BEYOND THE PRINTED WORD: THE USE OF INTERACTIVE PDF FORMATS TO SUPPORT ACCESSIBLE LEARNING
Whilst eagerly embracing blended approaches to learning, the training of health-care professionals, such as nurses, has been cautious about fully online learning approaches. However, the centralisation of nurse-training within large higher education institutions has prompted a reappraisal, in order to maintain the valued link between the student and local health care environment, particularly in countries such as Norway where communities may be geographically and physically removed from large teaching centres. The University of Stavanger has recently offered a fully online nursing programme to students across a wide geographical area. Given the broad nature of the nursing curriculum, the diversity of nursing students and cultural influences on technology adoption within nursing, research has shown the crucial significance of resource design to student’s learning needs and approaches in this area (Child et al, 2005). To this end a series of accessible learning object based resources were developed using the pdf format. Although this format is most often associated with print documents, it also allows for the development of dynamic resources that include audio and interactivity as well as providing the learner with a range of personalised study tools. Furthermore, the accessibility of the format as a development tool means that tutors are able to play a more active role in the development process, potentially allowing a greater level of alignment of the finished product to learners’ needs. Here we will demonstrate and discuss the use of the interactive pdf format for learning resource creation.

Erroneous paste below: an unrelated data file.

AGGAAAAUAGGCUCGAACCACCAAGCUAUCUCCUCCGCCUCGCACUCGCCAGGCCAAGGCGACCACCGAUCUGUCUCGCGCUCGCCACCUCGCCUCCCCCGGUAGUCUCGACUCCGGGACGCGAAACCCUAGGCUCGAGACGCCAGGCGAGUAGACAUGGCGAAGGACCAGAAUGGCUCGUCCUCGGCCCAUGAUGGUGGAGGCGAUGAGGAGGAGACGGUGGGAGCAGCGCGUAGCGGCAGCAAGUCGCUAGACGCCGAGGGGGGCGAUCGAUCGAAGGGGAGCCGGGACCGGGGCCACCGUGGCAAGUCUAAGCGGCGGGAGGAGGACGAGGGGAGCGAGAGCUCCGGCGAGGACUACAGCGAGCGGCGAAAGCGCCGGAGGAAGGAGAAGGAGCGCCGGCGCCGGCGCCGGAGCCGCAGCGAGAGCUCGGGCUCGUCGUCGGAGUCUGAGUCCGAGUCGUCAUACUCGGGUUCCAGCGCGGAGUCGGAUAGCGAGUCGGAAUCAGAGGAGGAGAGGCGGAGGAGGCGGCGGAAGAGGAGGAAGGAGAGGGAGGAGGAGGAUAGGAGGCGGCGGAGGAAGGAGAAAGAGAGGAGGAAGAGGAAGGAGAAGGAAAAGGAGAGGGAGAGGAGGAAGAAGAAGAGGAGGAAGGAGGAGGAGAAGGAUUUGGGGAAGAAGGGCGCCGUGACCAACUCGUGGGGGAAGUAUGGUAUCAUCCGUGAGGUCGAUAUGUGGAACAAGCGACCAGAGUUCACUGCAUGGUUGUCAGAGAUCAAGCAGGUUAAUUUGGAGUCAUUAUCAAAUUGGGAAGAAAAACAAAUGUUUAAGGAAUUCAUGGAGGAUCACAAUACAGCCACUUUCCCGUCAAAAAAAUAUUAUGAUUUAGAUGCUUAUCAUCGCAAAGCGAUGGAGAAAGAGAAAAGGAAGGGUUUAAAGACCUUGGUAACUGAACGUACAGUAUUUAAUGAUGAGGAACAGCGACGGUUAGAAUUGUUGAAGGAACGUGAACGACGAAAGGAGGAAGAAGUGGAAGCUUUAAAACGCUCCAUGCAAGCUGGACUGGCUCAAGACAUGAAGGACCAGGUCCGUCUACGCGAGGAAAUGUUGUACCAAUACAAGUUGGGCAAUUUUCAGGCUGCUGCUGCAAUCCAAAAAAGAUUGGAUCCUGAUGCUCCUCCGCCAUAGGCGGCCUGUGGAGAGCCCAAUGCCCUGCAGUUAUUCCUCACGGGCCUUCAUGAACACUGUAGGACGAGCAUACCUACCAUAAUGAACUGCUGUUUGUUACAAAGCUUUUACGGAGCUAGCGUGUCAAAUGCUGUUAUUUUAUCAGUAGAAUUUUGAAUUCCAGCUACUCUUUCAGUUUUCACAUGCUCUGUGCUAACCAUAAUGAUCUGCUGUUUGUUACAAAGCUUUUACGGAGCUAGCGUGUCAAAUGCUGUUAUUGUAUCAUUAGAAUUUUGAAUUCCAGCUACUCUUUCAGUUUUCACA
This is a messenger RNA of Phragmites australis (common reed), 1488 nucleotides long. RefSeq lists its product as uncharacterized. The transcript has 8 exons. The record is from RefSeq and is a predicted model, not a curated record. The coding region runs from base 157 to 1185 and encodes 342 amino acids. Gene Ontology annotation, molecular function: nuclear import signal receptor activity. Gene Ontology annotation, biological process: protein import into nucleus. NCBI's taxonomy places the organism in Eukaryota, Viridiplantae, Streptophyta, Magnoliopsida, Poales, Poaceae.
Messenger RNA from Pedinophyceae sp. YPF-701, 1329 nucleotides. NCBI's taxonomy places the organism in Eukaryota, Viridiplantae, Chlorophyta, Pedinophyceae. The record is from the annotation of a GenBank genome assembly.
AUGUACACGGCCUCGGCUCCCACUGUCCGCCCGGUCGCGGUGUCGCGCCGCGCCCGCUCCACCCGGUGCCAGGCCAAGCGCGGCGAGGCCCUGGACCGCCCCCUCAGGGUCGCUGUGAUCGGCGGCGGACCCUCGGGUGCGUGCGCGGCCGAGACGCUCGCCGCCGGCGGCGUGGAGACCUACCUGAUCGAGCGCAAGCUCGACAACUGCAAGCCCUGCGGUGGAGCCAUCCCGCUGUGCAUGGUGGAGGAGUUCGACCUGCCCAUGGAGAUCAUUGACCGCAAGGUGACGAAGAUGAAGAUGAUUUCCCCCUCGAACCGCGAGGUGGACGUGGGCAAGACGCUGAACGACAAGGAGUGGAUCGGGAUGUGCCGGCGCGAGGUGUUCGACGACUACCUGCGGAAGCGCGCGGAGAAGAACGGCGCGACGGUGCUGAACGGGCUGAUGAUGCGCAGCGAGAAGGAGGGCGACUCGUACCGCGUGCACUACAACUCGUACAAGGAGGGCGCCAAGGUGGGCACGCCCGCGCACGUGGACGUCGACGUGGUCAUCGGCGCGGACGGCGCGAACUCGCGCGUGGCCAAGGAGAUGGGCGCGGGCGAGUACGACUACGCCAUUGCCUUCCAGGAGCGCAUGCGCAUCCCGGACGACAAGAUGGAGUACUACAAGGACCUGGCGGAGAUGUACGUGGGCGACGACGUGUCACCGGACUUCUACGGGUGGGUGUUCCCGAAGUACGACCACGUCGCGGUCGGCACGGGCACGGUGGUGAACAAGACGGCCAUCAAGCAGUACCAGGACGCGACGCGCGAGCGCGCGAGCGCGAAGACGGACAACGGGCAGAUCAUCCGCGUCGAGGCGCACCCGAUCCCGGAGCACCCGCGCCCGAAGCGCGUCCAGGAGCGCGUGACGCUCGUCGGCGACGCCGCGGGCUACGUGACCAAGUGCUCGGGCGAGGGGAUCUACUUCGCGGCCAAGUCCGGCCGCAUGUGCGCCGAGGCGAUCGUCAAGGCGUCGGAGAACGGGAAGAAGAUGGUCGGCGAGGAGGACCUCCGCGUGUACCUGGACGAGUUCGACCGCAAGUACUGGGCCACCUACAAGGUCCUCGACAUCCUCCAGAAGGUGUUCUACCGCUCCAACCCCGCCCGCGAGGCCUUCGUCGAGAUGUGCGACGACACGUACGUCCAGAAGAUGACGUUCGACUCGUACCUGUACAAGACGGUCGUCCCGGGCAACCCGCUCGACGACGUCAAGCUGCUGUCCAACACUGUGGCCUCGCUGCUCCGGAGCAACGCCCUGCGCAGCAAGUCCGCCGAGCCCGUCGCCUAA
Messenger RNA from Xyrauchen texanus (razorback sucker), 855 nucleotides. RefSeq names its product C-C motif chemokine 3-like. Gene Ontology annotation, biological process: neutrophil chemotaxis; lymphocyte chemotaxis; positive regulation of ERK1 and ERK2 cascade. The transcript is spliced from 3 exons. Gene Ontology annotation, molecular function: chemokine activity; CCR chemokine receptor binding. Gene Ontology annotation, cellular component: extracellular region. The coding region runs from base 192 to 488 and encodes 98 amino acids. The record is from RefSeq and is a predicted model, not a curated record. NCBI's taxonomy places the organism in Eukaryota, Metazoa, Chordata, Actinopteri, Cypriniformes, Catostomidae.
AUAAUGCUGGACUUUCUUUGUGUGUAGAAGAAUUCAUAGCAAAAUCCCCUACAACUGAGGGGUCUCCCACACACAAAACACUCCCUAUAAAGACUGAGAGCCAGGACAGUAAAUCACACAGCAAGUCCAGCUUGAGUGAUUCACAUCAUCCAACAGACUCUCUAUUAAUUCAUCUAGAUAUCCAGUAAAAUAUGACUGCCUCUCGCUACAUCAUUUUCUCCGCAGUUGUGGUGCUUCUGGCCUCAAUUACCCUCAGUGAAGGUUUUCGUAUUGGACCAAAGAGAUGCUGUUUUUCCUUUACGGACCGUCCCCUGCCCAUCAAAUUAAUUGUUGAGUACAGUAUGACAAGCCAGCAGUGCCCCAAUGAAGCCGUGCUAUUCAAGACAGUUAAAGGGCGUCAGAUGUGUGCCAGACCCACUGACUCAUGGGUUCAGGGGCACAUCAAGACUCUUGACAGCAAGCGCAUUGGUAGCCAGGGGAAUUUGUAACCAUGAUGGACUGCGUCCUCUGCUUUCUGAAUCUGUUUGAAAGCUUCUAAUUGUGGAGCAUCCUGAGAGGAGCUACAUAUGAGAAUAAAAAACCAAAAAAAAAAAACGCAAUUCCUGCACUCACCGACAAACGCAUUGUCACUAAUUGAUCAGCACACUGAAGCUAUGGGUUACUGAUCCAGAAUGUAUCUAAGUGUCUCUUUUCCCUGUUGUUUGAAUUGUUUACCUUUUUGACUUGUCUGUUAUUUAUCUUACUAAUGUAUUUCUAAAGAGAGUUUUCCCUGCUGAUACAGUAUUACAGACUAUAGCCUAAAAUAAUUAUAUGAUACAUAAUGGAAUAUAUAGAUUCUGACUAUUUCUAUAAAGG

In order to objectively assess the resources an independent evaluation was commissioned from the University of Nottingham’s Health, E-learning and Media (HELM) team, who have been developing and evaluating learning objects for a period of 10 years (Windle and Wharrad, 2010). A goal-orientated evaluation strategy was devised and a number of previously validated evaluation tools were adapted to measure effectiveness for student-learning, engagement, design parameters, integration, the development process and sustainability. Initial results from the evaluation show that the students had a high level of satisfaction with the resources which they believed to be appropriate and well integrated with the course. Students reported that not only did they help with content-learning, but also with critical thinking and application. The resources were reported to be accessible and easy to use. Overall the ability to structure and control their own learning appeared to be the thing the students most valued about the resources. Written text, animations and graphics were also rated as highly important for learning. Prior to undertaking the course students suggested that feedback was an important design feature for successful e-learning. In general this was the area that they were least satisfied with in the final resources. Interestingly, the study tools provided by the format, such as annotation, cut and pasting were not rated as highly in terms of importance of the resources. Overall, results show that this format provides an effective and accessible platform for e-learning provision.
Childs, S et al (2005). Health Information Library Journal, 22(Suppl 2), 20-32
Windle, R.J et al (2010) Journal of Interactive Media in Education Available at http://jime.open.ac.uk/jime/article/view/2010-4